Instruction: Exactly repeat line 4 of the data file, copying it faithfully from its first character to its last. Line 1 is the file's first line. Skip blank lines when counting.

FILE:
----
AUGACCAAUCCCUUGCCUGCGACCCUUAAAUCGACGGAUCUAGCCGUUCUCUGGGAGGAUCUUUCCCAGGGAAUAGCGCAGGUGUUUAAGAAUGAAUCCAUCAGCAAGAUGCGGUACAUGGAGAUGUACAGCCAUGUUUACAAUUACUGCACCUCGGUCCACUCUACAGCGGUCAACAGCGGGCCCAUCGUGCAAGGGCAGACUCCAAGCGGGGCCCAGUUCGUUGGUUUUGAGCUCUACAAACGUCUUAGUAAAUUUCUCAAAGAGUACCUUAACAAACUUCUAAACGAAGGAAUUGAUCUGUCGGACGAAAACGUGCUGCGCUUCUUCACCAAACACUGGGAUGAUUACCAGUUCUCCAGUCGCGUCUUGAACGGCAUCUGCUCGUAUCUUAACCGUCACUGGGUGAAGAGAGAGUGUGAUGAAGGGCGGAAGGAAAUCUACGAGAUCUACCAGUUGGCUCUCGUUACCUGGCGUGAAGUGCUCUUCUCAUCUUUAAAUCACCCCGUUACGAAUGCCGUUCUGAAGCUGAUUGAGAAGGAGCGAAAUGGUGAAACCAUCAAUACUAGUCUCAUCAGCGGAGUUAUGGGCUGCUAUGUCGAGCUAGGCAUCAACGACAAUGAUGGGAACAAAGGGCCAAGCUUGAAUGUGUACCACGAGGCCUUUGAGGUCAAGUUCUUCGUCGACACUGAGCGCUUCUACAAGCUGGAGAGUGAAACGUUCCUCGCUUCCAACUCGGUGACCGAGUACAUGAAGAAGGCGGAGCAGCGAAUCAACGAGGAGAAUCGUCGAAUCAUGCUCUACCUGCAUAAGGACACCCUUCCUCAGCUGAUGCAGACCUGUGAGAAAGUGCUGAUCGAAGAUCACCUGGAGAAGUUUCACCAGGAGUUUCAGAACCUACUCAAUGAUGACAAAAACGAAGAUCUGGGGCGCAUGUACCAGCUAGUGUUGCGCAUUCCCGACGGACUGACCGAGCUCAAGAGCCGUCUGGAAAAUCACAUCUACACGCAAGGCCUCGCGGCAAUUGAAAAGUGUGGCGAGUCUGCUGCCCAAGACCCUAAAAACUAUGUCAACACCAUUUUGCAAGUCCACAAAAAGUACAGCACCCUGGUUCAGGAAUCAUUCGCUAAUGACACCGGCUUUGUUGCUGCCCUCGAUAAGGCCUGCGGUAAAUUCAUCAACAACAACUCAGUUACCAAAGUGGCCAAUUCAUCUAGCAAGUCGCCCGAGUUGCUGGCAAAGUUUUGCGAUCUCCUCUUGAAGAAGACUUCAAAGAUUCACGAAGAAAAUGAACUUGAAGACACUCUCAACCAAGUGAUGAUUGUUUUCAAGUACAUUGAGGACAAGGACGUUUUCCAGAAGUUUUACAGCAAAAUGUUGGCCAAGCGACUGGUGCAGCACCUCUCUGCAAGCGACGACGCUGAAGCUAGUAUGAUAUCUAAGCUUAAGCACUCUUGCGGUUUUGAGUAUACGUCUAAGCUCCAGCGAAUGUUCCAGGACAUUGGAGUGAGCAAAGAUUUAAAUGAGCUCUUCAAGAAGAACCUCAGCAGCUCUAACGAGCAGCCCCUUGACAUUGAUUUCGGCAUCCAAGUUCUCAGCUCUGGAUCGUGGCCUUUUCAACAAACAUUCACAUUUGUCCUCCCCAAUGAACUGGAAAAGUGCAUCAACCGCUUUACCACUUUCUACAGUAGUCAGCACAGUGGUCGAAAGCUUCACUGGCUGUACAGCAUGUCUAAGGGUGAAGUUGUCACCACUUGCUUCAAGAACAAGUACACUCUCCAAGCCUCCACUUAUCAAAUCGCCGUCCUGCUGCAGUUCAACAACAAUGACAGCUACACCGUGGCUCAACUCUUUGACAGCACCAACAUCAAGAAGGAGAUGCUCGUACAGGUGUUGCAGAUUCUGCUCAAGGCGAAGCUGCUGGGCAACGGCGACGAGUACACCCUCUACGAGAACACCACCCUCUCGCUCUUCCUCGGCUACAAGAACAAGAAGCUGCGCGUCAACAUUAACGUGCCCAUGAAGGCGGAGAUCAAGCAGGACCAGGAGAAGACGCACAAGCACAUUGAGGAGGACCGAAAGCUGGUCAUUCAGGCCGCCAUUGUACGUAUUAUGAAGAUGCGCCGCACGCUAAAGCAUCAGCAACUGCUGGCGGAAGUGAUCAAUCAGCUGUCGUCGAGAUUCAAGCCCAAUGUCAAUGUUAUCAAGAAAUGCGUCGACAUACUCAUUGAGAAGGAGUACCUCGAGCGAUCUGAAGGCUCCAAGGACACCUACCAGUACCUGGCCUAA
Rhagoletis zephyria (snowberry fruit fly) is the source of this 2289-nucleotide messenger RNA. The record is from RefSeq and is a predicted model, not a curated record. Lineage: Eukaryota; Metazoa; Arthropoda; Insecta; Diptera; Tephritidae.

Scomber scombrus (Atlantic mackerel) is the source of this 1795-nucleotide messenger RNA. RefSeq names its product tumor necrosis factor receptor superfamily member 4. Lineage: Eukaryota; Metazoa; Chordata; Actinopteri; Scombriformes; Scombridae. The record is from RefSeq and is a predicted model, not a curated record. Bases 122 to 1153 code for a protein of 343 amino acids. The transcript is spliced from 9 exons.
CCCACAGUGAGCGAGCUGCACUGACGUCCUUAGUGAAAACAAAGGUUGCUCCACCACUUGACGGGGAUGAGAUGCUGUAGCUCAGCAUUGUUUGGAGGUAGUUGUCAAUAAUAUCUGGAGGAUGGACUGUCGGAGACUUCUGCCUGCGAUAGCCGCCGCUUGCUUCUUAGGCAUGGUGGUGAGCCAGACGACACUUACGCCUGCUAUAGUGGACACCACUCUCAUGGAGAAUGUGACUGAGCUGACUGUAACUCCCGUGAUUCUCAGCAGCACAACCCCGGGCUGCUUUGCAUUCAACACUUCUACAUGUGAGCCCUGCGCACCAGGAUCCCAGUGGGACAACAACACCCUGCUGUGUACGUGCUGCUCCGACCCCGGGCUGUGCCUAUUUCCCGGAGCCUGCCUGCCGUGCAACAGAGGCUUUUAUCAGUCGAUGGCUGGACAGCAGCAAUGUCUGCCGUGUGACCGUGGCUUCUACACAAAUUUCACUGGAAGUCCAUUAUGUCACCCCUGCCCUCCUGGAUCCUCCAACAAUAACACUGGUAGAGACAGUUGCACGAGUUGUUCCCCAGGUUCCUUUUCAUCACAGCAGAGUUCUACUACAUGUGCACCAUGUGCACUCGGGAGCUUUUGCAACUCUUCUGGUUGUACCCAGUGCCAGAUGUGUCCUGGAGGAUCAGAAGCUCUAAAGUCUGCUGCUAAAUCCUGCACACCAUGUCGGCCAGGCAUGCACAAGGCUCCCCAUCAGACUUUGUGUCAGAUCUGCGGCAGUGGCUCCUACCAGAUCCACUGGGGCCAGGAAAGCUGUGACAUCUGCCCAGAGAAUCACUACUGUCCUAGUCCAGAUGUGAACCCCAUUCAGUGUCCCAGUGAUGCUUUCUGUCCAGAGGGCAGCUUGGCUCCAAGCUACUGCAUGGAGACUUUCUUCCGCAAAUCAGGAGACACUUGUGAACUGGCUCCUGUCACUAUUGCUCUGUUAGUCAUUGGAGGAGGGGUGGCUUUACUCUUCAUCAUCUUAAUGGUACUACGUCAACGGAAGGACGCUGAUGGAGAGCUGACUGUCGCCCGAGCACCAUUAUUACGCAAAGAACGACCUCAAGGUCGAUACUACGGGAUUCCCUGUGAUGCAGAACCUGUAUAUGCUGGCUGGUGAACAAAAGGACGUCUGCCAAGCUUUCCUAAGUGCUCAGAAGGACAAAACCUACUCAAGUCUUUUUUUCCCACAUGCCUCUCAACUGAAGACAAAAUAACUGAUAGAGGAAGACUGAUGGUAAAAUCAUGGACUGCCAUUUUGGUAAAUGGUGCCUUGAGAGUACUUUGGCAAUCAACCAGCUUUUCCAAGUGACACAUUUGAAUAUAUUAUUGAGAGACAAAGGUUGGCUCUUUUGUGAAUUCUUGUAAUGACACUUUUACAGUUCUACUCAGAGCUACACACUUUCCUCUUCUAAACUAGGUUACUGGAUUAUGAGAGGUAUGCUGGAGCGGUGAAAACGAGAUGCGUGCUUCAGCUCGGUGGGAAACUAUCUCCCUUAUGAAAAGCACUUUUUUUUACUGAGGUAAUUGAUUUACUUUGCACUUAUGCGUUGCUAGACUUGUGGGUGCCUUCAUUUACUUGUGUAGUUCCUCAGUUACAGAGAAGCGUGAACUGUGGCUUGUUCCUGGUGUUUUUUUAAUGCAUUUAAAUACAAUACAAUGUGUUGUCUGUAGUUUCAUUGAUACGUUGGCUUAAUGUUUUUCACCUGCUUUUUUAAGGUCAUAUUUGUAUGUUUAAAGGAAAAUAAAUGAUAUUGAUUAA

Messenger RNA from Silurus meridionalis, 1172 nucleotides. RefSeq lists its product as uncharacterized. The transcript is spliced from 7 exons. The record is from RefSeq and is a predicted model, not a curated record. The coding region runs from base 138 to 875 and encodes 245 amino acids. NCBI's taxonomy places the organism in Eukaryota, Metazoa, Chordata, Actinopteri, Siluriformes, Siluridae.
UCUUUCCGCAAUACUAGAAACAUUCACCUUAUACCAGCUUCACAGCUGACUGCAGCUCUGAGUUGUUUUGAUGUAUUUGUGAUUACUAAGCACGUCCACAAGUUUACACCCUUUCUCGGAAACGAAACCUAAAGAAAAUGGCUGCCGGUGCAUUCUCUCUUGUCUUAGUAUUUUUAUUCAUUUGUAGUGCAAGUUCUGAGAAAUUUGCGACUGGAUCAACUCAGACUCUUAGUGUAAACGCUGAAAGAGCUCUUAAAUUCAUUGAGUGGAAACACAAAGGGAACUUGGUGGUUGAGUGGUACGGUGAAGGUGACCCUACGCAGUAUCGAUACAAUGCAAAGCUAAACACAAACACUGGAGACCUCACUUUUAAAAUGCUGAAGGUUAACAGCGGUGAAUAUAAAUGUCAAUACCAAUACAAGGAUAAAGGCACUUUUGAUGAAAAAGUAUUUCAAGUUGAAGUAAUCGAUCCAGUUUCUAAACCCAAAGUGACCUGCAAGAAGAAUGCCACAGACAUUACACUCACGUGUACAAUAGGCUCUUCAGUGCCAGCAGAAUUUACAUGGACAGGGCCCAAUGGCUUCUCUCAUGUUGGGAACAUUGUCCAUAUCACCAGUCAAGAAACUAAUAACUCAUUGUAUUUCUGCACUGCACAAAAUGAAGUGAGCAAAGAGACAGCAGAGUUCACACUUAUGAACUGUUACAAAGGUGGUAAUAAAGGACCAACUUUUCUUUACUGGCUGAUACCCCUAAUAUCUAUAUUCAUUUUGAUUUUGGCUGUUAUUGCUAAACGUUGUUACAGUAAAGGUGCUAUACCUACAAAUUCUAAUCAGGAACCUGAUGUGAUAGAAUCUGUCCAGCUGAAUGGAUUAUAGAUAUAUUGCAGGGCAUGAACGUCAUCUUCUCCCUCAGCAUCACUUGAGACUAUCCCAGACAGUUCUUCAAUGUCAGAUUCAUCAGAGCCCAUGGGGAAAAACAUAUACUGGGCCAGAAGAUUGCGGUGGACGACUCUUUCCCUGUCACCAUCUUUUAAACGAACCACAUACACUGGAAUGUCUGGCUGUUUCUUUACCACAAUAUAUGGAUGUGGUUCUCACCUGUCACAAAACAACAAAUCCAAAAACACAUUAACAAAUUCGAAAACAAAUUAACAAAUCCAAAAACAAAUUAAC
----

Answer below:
CCCACAGUGAGCGAGCUGCACUGACGUCCUUAGUGAAAACAAAGGUUGCUCCACCACUUGACGGGGAUGAGAUGCUGUAGCUCAGCAUUGUUUGGAGGUAGUUGUCAAUAAUAUCUGGAGGAUGGACUGUCGGAGACUUCUGCCUGCGAUAGCCGCCGCUUGCUUCUUAGGCAUGGUGGUGAGCCAGACGACACUUACGCCUGCUAUAGUGGACACCACUCUCAUGGAGAAUGUGACUGAGCUGACUGUAACUCCCGUGAUUCUCAGCAGCACAACCCCGGGCUGCUUUGCAUUCAACACUUCUACAUGUGAGCCCUGCGCACCAGGAUCCCAGUGGGACAACAACACCCUGCUGUGUACGUGCUGCUCCGACCCCGGGCUGUGCCUAUUUCCCGGAGCCUGCCUGCCGUGCAACAGAGGCUUUUAUCAGUCGAUGGCUGGACAGCAGCAAUGUCUGCCGUGUGACCGUGGCUUCUACACAAAUUUCACUGGAAGUCCAUUAUGUCACCCCUGCCCUCCUGGAUCCUCCAACAAUAACACUGGUAGAGACAGUUGCACGAGUUGUUCCCCAGGUUCCUUUUCAUCACAGCAGAGUUCUACUACAUGUGCACCAUGUGCACUCGGGAGCUUUUGCAACUCUUCUGGUUGUACCCAGUGCCAGAUGUGUCCUGGAGGAUCAGAAGCUCUAAAGUCUGCUGCUAAAUCCUGCACACCAUGUCGGCCAGGCAUGCACAAGGCUCCCCAUCAGACUUUGUGUCAGAUCUGCGGCAGUGGCUCCUACCAGAUCCACUGGGGCCAGGAAAGCUGUGACAUCUGCCCAGAGAAUCACUACUGUCCUAGUCCAGAUGUGAACCCCAUUCAGUGUCCCAGUGAUGCUUUCUGUCCAGAGGGCAGCUUGGCUCCAAGCUACUGCAUGGAGACUUUCUUCCGCAAAUCAGGAGACACUUGUGAACUGGCUCCUGUCACUAUUGCUCUGUUAGUCAUUGGAGGAGGGGUGGCUUUACUCUUCAUCAUCUUAAUGGUACUACGUCAACGGAAGGACGCUGAUGGAGAGCUGACUGUCGCCCGAGCACCAUUAUUACGCAAAGAACGACCUCAAGGUCGAUACUACGGGAUUCCCUGUGAUGCAGAACCUGUAUAUGCUGGCUGGUGAACAAAAGGACGUCUGCCAAGCUUUCCUAAGUGCUCAGAAGGACAAAACCUACUCAAGUCUUUUUUUCCCACAUGCCUCUCAACUGAAGACAAAAUAACUGAUAGAGGAAGACUGAUGGUAAAAUCAUGGACUGCCAUUUUGGUAAAUGGUGCCUUGAGAGUACUUUGGCAAUCAACCAGCUUUUCCAAGUGACACAUUUGAAUAUAUUAUUGAGAGACAAAGGUUGGCUCUUUUGUGAAUUCUUGUAAUGACACUUUUACAGUUCUACUCAGAGCUACACACUUUCCUCUUCUAAACUAGGUUACUGGAUUAUGAGAGGUAUGCUGGAGCGGUGAAAACGAGAUGCGUGCUUCAGCUCGGUGGGAAACUAUCUCCCUUAUGAAAAGCACUUUUUUUUACUGAGGUAAUUGAUUUACUUUGCACUUAUGCGUUGCUAGACUUGUGGGUGCCUUCAUUUACUUGUGUAGUUCCUCAGUUACAGAGAAGCGUGAACUGUGGCUUGUUCCUGGUGUUUUUUUAAUGCAUUUAAAUACAAUACAAUGUGUUGUCUGUAGUUUCAUUGAUACGUUGGCUUAAUGUUUUUCACCUGCUUUUUUAAGGUCAUAUUUGUAUGUUUAAAGGAAAAUAAAUGAUAUUGAUUAA